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Unit 731


Photograph of Unit 731 main complex

Wikimedia Commons

Unit 731 was the principal Japanese biological warfare research center during the Pacific War. Located at Pingfang, Manchuria, about twelve miles (19 km) south of Harbin, the unit was founded in 1932 under the direction of Lieutenant General Ishii Shiro, who was a trained medical doctor. Ishii was also a flamboyant and eccentric inventor, who at one point invented a new water filter for the Japanese Army. Invited to demonstrate his invention to the Emperor, who was also trained in biology, Ishii urinated into the filter and offered the Emperor the purified liquid to drink. When the Emperor declined, Ishii drank the liquid himself.

Ishii had concluded that, if biological weapons were worth banning under the 1925 Geneva Protocol, they must be very powerful, and he used his connections in the government and military (particularly with Nagata Tetsuzan, the leader of the Control Faction within the Army) to secure the resources for secret biological warfare experiments. A facility was constructed 60 miles (100 km) south of Harbin at Zhong Ma, near the main Manchurian rail system, and a prison camp was built nearby.In 1935 the facility was shut down and Ishii moved Unit 731 to a larger facility at Pingfang. The new facility covered an area of four square miles (13 km 2) and had about 150 structures, built to such standards that there was some difficulty demolishing the facility as the Russians approached in 1945.

Unit 731 was organized into eight divisions. Division 1 conducted laboratory experiments into typhus, anthrax, plague, cholera, and tuberculosis using human subjects as guinea pigs. The local cover story for the facility was that it was a lumber mill, and its staff thought it hilarious to refer to their victims among themselves as maruta, "logs." The maruta numbered at least three thousand, mostly Chinese but also some Koreans, Russians, and British and American prisoners of war. Test subjects were sometimes dissected alive without anesthesia at the conclusion of experiments (Kristof 1995):

The fellow knew that it was over for him, and so he didn't struggle when they led him into the room and tied him down. But when I picked up the scalpel, that's when he began screaming.

I cut him open from the chest to the stomach, and he screamed terribly, and his face was all twisted in agony. He made this unimaginable sound, he was screaming so horribly. But then finally he stopped. This was all in a day's work for the surgeons, but it really left an impression on me because it was my first time.

Division 2 was responsible for weaponization of biological agents and conducted field tests against the Chinese. Division 3 was based in Harbin and carried out production of weaponized agents. Division 4 investigated other lethal agents, while the remaining divisions carried out training and other support functions.

Some of the experiments were not directly related to biological warfare. These included experiments that seem utterly pointless, such as amputating a limb and reattaching it to a different part of the body or removing the stomach and reattaching the esophagus to the intestine. Other experiments, such as the deliberate freezing of limbs to study the effects of frostbite and development of gangrene, had real medical value, though this could never justify the use of unwilling human test subjects.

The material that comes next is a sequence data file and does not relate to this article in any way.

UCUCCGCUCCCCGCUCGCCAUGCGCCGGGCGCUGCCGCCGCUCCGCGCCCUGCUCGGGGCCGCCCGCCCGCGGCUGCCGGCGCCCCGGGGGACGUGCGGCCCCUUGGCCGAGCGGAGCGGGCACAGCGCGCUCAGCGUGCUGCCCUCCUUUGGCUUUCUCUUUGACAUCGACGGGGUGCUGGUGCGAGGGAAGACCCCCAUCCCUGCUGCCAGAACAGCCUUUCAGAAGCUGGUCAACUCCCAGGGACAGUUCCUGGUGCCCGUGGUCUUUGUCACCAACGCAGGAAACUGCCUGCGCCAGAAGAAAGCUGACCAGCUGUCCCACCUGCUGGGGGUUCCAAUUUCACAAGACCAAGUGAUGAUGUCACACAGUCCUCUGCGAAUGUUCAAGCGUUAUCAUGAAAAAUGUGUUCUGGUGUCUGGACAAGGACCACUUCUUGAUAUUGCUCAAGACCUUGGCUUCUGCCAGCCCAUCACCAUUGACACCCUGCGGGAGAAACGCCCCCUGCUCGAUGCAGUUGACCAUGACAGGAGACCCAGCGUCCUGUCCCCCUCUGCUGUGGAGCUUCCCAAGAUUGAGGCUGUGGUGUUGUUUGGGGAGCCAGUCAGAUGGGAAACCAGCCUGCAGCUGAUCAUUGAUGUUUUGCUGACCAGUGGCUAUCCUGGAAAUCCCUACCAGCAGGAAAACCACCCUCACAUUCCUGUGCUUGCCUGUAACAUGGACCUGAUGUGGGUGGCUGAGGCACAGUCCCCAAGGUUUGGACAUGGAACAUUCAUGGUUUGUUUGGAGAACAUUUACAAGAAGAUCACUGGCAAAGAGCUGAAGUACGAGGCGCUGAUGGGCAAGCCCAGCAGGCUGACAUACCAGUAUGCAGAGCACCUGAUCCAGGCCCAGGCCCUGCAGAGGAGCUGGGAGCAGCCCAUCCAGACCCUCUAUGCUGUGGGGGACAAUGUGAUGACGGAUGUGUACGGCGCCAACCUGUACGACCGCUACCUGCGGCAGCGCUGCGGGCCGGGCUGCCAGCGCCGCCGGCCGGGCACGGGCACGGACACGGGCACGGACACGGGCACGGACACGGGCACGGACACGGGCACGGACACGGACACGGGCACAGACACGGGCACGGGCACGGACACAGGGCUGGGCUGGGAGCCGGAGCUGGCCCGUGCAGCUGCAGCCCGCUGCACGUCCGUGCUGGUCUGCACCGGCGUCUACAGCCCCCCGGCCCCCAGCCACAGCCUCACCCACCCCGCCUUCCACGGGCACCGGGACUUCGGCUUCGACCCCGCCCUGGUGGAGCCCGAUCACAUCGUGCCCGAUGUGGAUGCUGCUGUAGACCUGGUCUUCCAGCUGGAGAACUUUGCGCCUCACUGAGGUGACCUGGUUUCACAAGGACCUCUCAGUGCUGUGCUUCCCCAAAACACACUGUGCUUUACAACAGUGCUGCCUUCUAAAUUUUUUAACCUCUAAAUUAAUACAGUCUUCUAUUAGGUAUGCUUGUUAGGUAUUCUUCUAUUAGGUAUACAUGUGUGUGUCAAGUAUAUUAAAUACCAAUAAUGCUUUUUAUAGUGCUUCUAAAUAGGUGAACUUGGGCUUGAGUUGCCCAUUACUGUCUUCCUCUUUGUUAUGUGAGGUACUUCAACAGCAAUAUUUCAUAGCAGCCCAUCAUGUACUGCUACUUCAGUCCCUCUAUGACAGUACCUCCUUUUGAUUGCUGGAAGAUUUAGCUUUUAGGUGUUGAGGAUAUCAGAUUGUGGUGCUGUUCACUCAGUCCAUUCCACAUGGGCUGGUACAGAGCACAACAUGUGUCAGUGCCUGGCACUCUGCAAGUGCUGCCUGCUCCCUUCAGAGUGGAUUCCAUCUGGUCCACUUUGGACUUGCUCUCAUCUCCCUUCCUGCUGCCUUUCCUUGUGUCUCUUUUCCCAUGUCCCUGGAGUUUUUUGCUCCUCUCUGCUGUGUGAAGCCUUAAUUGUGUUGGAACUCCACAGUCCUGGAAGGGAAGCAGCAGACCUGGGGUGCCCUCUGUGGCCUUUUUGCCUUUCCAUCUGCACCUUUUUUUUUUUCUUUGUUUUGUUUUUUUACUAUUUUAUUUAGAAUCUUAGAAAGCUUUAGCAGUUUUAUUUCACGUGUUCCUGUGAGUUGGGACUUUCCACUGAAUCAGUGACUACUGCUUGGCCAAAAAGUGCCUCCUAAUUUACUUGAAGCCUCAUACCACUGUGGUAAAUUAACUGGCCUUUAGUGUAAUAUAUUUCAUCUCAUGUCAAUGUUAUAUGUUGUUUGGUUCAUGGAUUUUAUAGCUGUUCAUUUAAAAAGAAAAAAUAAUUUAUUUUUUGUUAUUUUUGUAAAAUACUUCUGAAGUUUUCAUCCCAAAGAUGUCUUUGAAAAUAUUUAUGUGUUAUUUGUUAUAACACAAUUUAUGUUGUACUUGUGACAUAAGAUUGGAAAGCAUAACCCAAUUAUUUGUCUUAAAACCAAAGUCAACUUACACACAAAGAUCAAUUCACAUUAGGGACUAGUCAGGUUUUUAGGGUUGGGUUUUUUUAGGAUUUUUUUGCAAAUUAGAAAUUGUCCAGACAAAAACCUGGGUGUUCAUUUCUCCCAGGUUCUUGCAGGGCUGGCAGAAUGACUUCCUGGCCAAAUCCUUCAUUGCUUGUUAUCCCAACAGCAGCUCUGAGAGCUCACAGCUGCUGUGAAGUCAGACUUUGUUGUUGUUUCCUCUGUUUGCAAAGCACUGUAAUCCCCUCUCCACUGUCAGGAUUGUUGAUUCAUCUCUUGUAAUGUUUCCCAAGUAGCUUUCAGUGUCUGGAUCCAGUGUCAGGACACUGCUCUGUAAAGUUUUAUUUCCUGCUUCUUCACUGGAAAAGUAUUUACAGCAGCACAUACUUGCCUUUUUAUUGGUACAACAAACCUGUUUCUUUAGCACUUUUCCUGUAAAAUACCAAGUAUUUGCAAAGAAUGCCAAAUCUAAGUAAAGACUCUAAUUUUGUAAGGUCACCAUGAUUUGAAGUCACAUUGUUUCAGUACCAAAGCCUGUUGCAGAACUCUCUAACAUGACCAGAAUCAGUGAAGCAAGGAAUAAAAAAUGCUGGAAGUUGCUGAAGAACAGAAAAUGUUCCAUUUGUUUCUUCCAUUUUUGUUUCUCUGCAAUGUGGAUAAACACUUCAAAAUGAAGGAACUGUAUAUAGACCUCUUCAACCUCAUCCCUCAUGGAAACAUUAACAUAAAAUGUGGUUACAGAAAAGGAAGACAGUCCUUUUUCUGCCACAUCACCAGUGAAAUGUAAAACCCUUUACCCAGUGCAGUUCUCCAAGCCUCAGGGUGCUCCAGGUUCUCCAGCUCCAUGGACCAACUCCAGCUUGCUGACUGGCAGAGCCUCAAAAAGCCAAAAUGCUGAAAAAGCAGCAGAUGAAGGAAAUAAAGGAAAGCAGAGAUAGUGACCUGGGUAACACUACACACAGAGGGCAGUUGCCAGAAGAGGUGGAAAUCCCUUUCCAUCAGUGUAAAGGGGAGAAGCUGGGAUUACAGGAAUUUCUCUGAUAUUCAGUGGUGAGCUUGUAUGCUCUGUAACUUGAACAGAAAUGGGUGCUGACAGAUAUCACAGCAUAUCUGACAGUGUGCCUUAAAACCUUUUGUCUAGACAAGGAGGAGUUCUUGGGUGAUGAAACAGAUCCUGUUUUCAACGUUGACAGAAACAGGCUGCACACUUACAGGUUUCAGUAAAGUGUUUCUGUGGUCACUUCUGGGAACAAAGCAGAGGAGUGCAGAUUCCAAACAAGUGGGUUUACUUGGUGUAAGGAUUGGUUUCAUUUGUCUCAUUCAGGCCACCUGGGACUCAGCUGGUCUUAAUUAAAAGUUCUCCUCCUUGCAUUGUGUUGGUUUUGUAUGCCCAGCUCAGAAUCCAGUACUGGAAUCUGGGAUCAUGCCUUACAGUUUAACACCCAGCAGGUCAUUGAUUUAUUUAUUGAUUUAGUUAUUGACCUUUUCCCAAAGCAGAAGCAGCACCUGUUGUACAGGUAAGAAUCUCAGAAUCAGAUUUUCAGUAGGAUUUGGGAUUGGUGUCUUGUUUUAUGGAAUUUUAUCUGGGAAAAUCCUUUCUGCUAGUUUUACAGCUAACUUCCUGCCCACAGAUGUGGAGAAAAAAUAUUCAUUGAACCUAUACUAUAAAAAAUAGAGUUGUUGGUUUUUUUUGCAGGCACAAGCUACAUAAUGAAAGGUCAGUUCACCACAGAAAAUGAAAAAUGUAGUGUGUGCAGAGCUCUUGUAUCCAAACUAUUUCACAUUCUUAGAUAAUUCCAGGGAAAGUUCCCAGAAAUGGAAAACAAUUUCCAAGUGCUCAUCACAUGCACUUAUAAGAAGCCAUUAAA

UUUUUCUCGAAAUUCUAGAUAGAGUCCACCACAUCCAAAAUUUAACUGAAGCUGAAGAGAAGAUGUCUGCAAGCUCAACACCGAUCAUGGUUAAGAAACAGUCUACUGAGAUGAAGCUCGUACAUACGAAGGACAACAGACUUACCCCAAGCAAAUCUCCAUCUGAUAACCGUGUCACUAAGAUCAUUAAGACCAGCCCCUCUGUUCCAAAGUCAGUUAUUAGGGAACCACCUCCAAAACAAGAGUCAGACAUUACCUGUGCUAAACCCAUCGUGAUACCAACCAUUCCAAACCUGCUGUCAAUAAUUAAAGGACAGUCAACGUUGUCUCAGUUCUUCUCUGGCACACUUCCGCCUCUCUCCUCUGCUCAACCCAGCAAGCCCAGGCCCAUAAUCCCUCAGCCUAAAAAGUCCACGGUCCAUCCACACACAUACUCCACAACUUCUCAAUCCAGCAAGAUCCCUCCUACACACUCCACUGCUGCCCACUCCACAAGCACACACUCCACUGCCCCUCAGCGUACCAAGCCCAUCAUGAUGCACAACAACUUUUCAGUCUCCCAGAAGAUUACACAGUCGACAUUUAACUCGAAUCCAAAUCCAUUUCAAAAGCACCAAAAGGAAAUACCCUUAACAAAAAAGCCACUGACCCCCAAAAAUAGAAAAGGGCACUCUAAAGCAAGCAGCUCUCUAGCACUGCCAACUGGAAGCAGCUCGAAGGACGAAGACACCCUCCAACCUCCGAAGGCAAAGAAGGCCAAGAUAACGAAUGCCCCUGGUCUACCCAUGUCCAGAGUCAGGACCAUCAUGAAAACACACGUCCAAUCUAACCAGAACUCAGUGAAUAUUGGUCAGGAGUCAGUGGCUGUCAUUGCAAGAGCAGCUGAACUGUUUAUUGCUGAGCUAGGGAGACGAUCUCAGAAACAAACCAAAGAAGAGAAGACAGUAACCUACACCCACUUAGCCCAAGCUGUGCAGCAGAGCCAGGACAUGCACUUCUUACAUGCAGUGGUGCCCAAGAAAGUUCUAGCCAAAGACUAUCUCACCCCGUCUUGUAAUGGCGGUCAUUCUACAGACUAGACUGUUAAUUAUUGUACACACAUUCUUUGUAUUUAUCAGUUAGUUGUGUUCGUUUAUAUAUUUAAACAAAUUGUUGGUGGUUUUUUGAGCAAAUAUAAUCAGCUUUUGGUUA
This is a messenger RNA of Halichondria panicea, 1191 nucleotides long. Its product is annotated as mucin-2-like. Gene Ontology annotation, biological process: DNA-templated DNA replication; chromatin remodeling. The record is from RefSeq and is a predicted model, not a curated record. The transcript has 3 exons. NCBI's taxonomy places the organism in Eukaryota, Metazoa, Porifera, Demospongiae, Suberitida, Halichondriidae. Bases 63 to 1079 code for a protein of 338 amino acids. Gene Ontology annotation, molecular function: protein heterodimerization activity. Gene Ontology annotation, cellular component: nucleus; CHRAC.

By the time war broke out, Unit 731 had established several satellite facilities including an open-air test facility 80 miles (130 km) from Pingfang; Unit 100 at Changchun, which investigated biological agents for destroying enemy livestock; Unit 1855 at Peiping, which specialized in plague research; Unit Ei-1644 at Nanking; and Unit 8604 at Canton, which ran a rat farm and investigated water-borne agents. After war broke out in the Pacific, additional facilities were established, including Unit 9240 at Raffles Medical University at Singapore to investigate plague and malaria. Unit 731 may also have had personnel at the Japanese chemical warfare production facility at  Okunoshima in the Inland Sea.

British, American, and Australian prisoners of war at Hoten Camp near Mukden were visited by a large group of Japanese medical officers on 13 February 1943 and given what they were told were inoculations against typhoid. Within ten days, 186 prisoners were dead. Documents have surfaced indicating that the Japanese medical officers were from Unit 731, which strongly suggests that the "inoculations" were of live biological warfare agents being tested on the prisoners.

When the facility was overrun by the Russians in August 1945, the fleeing staff released plague-infected mice that may have been responsible for a plague outbreak in Harbin in 1947 that killed 30,000 persons. However, since plague was endemic in China in 1945, this claim is open to question.

The existence of Unit 731 was almost certainly known to the Emperor and to the Navy General Staff. The existence of the unit also became known to U.S. authorities, on 27 March 1945, when four captured Japanese medical officers revealed its existence to interrogators at Camp Tracy. Following the Japanese surrender, Ishii gave documents produced by the unit to the American occupation authorities in return for immunity from prosecution. As a result, the occupation authorities chose to cover up the existence of the unit rather than risk having its research results become known to the Russians. As a result, none of its commanders or scientists were tried as war criminals, a denial of justice in the name of national security that most American historians have come to view as deeply shameful.

References

Drea (2009)

Hastings (2007)

Felton (2009)
Frank (1999)

Grunden (2005)

Kristof (1995; accessed 2012-3-24)

Straus (2003)



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